June 29, 2012

Beagle blog?

Anita and Kelly, bloggers at Rhinestone Beagle, chose my Stain-proof Table runner as one of their favorite projects of all those featured on their Linky Party yesterday. That was soooo cool. You guys have got to check out their blog! It has lots of great craft ideas, for humans and dogs alike...

June 28, 2012

Online shopping

I just got in the mail a package with charm packs (Blueberry Crumb Cake by Moda) I need to finish a quilt I designed in May. I ordered the fabric through www.equilter.com and it was fulfilled by http://papasoldshirts.danemcoweb.com/. The package arrived so quickly! And the best part: they were running a special on Moda pre-cuts, so I got 25% off.

I am h-a-p-p-y!!!

June 27, 2012

The process of quilt design

Nature is a constant source of inspiration for my quilts, whether traditional or artsy. Once I get an idea, it stays with me for a while until I finally get a chance to work on it. For art quilts, I start the design process by choosing the fabrics I would like to work with, instead of sketching the layout!

I am not quite sure why, but paper and pencil do not work for me when composing art quilts, probably because I do not know how to draw... So, I go straight from brain to fabric. Occasionally, if I am having difficulty putting to fabric a particular aspect of the design, I will look elsewhere for drawings of that element, and compose from there (see my quilt 'Refuge' under the post http://www.piecedbrain.com/2012/05/home-machine-quilting-show.html).

In her book Quilts from Nature, Joan Colvin gives a detailed and very instructive account of the design process for one of her beautiful quilts. It is as if her thoughts were recorded as they happen, and immediately printed for our evaluation. I loved it! Published in 1993, this book is just as relevant now as it was then: Joan explains well the elements of design (unity, visual movement, contrast, spatial relationships, negative space, etc), with objective, one or two paragraphs per topic. You will not be bored, just more inclined to compose eye-pleasing art.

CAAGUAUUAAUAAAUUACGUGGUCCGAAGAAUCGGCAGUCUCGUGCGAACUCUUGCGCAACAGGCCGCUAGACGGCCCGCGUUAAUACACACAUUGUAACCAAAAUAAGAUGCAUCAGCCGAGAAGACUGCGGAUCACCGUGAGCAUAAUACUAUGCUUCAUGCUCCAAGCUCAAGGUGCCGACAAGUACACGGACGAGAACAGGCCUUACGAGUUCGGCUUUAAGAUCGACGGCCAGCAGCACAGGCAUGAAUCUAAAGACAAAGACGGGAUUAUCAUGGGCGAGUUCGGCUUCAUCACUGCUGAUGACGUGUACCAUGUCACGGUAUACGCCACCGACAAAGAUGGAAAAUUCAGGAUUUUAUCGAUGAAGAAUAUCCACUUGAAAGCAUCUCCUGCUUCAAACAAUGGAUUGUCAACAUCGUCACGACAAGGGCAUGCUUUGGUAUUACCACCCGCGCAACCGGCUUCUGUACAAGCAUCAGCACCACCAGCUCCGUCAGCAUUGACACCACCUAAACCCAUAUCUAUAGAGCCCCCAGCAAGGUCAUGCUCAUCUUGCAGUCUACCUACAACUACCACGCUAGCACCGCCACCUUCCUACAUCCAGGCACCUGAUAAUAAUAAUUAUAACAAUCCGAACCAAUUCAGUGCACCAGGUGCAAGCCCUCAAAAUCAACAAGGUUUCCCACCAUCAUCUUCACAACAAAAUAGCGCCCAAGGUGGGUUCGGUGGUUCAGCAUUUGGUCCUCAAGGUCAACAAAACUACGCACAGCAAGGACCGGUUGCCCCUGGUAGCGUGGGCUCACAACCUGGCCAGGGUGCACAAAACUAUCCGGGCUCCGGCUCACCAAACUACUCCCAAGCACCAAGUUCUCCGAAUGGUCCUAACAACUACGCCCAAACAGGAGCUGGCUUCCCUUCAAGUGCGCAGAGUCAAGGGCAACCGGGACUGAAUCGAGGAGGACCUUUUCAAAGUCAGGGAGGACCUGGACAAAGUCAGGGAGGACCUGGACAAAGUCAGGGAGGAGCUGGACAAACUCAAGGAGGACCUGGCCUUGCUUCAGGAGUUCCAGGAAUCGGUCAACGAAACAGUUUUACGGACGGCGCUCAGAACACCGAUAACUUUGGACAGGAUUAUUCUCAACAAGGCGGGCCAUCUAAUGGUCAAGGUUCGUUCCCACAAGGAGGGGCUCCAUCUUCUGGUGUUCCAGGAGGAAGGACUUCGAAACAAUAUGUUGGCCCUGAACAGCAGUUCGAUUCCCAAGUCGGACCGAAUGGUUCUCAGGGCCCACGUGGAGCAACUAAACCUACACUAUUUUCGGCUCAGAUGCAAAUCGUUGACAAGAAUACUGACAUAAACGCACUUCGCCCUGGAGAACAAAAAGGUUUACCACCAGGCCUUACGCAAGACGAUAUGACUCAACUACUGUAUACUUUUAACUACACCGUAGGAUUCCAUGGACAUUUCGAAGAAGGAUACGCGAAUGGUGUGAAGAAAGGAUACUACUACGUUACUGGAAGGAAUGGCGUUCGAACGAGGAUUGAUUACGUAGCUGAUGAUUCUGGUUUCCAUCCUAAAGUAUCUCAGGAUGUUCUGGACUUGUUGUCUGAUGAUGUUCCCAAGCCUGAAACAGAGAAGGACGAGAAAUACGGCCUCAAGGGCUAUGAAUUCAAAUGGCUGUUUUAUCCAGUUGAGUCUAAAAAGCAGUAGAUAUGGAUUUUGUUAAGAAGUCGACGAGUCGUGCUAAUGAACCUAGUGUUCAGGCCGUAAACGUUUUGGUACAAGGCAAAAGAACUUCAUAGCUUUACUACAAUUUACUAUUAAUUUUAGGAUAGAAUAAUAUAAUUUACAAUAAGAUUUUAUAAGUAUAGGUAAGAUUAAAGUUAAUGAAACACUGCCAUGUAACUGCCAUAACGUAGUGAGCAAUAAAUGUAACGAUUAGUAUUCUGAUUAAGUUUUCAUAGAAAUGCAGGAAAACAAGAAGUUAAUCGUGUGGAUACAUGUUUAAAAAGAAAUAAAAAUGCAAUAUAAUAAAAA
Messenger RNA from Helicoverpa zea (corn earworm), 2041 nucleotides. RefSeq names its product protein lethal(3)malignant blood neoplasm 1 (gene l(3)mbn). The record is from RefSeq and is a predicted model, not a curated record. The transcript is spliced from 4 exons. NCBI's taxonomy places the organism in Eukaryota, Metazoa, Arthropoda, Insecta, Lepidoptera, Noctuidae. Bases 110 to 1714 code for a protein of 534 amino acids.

Her work is beautiful and very inspirational. I am so glad for artists who share their art-making process with us... Hooray for books!!!

June 26, 2012

New Favorite Quilt

quilts with medallions

My first medallion quilt is complete, and I think it is my new favorite quilt! Although the top has been done for weeks, I needed a block of hours to quilt it. Yesterday, I lost sleep at 4 am. Huhmm... the house is quiet, my brain is already running at 400 mpg... I might as well tackle it!